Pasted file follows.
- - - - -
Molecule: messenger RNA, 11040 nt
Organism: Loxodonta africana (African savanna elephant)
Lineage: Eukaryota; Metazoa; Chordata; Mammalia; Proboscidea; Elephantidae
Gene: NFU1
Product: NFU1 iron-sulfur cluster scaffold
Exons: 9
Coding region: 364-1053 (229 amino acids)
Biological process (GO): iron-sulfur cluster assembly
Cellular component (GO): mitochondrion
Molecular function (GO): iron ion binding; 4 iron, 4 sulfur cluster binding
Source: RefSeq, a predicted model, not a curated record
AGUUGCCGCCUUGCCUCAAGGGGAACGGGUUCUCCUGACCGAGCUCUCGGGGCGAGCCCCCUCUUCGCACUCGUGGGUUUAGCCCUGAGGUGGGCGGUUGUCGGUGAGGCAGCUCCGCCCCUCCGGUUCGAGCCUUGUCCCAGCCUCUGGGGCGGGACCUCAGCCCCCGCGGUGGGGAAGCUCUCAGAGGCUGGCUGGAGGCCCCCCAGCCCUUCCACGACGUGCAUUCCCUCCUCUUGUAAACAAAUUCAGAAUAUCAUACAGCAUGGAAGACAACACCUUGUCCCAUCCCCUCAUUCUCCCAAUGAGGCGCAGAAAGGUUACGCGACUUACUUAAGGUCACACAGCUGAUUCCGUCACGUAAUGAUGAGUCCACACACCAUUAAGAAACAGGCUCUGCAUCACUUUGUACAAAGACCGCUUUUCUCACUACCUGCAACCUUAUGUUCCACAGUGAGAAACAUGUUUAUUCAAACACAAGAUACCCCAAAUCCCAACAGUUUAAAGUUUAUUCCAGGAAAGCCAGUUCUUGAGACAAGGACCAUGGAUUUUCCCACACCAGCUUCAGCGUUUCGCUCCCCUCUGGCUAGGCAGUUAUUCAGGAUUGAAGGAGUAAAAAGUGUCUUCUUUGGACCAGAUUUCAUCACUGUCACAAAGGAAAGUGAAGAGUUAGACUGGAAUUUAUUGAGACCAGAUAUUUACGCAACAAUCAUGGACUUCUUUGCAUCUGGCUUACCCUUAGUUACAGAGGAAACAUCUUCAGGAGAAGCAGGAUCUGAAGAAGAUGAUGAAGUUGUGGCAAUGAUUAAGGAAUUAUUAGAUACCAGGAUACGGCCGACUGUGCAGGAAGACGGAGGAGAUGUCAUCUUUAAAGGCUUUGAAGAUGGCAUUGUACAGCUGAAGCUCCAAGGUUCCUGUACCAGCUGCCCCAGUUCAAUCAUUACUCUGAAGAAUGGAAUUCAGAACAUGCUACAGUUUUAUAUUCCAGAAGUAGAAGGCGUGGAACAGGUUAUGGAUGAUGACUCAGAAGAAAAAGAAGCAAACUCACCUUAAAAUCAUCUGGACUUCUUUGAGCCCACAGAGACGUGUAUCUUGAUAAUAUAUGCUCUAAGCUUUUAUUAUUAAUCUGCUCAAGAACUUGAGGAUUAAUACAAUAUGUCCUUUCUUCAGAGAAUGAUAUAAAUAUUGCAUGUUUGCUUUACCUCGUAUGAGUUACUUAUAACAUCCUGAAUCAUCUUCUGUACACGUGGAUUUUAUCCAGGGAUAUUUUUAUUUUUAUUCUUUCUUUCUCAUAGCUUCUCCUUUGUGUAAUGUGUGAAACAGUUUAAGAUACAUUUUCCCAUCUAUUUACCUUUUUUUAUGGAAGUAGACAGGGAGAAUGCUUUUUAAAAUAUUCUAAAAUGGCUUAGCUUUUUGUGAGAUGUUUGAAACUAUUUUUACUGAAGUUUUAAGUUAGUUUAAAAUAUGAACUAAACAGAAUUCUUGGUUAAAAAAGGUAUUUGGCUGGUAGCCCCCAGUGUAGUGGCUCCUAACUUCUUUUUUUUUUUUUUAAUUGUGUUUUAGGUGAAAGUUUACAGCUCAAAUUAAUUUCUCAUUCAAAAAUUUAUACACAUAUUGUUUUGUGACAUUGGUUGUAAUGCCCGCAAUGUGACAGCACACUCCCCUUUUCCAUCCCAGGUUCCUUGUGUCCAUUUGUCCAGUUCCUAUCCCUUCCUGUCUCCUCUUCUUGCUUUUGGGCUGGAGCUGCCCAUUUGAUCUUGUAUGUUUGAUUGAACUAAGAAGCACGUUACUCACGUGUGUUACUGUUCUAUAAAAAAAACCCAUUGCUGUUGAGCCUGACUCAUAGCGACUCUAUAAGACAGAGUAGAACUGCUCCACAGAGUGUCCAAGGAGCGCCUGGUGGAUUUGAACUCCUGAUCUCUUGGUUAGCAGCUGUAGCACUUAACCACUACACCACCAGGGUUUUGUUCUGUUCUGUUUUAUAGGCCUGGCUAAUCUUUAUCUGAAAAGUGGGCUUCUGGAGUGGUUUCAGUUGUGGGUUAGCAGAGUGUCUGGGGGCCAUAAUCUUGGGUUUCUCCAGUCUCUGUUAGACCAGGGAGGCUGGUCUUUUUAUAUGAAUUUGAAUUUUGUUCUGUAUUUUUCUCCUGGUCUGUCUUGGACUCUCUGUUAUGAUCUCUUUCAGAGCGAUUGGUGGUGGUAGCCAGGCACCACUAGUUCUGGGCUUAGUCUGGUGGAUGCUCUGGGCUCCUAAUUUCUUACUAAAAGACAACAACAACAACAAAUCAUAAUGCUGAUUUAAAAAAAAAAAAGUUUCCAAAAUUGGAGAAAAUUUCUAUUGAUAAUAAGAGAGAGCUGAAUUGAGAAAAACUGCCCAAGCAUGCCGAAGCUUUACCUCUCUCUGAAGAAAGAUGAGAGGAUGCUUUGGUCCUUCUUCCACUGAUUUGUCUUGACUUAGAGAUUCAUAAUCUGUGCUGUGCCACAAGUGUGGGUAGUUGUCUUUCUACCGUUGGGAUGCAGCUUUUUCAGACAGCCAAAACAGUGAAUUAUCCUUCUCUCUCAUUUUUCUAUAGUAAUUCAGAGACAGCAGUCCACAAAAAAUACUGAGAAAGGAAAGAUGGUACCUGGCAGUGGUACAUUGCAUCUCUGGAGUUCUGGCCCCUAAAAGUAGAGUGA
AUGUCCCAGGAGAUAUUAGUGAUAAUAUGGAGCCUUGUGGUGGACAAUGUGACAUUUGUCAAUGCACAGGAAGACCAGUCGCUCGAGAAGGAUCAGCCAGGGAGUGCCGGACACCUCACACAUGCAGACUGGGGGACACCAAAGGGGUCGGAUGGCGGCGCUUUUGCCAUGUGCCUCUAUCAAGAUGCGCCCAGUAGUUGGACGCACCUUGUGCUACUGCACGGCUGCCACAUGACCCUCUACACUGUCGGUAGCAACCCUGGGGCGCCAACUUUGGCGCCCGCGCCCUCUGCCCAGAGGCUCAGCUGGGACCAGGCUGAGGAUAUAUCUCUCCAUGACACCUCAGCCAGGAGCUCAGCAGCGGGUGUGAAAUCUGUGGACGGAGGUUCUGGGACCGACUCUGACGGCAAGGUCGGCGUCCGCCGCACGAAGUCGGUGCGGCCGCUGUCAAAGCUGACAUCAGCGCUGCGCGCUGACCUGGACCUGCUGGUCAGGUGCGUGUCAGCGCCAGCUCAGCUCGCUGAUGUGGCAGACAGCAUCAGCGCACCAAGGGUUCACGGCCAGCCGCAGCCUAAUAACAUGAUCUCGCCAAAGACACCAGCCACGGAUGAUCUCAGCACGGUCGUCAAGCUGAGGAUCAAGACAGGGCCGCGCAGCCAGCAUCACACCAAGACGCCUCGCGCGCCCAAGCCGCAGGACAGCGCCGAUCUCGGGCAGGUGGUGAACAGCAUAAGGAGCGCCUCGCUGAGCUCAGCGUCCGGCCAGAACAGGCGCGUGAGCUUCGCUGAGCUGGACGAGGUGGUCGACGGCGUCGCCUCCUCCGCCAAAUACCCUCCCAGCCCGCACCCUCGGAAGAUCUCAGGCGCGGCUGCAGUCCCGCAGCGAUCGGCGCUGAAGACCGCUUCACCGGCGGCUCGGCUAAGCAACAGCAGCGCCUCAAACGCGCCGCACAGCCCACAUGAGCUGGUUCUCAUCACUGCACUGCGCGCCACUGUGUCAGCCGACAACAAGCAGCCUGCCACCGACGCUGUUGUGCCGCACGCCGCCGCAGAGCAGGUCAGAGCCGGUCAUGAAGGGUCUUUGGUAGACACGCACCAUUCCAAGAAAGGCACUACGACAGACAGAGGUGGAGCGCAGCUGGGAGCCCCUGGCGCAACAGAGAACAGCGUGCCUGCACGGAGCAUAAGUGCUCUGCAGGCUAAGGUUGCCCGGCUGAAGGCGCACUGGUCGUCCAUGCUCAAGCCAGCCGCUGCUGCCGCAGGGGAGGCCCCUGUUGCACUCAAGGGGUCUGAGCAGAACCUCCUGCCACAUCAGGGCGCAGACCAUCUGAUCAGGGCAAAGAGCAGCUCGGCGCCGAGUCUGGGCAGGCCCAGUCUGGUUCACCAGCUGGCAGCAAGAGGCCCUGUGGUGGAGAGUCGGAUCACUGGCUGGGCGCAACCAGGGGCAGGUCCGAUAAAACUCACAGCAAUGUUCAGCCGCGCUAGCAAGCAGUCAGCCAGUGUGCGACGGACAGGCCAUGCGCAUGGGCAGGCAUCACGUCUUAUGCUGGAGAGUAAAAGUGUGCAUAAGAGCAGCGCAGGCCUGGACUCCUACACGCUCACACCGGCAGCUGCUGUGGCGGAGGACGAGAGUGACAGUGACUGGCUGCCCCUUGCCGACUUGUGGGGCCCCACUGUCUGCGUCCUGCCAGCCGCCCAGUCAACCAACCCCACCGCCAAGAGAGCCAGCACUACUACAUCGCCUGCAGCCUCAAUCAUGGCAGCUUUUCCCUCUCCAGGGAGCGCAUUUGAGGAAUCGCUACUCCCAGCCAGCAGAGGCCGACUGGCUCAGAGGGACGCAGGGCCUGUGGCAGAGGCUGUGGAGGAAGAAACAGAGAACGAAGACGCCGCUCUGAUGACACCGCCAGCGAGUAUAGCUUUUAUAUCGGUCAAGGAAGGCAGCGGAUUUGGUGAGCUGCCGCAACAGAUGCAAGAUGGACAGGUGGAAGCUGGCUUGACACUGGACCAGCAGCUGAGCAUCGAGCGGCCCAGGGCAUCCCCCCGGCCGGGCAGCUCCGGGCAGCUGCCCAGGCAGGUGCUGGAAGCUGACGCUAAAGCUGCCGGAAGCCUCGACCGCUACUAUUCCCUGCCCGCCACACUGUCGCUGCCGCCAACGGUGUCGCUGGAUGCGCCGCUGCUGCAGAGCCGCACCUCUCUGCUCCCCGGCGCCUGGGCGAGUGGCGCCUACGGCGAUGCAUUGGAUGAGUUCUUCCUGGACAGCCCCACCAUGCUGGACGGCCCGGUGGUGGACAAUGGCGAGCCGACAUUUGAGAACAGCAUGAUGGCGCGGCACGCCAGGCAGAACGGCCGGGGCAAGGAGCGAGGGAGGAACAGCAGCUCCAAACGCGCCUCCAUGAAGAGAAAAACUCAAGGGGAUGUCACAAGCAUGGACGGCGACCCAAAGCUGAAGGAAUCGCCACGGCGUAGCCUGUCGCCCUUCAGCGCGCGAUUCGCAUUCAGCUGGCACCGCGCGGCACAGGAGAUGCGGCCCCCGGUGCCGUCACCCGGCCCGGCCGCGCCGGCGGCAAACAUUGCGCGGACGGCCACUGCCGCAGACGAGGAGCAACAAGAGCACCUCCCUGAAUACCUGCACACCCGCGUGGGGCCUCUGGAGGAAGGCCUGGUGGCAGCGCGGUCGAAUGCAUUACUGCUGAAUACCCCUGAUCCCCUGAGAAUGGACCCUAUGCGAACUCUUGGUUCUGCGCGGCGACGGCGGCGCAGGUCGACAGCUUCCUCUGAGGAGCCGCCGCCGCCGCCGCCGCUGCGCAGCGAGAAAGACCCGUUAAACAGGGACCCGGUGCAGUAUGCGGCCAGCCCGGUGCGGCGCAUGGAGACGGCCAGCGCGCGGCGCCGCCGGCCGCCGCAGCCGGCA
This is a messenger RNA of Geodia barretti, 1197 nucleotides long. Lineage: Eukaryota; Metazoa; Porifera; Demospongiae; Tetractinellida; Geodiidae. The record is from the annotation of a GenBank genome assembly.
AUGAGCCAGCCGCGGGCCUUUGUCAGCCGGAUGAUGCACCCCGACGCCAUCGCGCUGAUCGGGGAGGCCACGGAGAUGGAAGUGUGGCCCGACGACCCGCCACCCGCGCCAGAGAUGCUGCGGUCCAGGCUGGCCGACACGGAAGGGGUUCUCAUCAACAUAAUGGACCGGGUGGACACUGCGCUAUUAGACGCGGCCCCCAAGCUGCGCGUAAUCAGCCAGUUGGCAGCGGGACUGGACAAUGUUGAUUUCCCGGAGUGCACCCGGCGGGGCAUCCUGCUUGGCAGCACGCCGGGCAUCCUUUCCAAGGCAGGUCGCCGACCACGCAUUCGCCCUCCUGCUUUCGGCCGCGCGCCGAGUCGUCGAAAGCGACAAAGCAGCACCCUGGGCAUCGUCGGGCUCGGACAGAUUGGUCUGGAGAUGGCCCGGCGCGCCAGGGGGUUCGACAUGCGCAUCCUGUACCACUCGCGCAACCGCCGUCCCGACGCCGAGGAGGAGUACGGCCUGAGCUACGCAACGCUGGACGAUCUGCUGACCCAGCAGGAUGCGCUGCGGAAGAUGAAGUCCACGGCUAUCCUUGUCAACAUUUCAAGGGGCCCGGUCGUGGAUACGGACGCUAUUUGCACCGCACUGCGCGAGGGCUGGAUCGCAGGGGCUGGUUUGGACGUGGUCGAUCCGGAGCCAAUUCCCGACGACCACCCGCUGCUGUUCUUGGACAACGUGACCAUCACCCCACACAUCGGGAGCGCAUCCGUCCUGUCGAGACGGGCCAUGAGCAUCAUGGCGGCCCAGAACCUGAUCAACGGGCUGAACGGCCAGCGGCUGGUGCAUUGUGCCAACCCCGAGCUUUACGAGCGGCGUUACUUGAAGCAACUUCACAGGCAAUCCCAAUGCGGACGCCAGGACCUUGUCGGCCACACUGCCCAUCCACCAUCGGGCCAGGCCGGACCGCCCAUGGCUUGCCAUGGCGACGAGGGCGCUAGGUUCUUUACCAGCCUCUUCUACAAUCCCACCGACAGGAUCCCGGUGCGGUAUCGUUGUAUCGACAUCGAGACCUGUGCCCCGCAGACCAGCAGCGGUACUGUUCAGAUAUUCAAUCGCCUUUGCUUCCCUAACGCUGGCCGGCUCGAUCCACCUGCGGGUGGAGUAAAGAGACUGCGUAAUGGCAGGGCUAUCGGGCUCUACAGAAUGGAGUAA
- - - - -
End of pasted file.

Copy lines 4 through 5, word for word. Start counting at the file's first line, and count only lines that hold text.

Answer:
Gene: NFU1
Product: NFU1 iron-sulfur cluster scaffold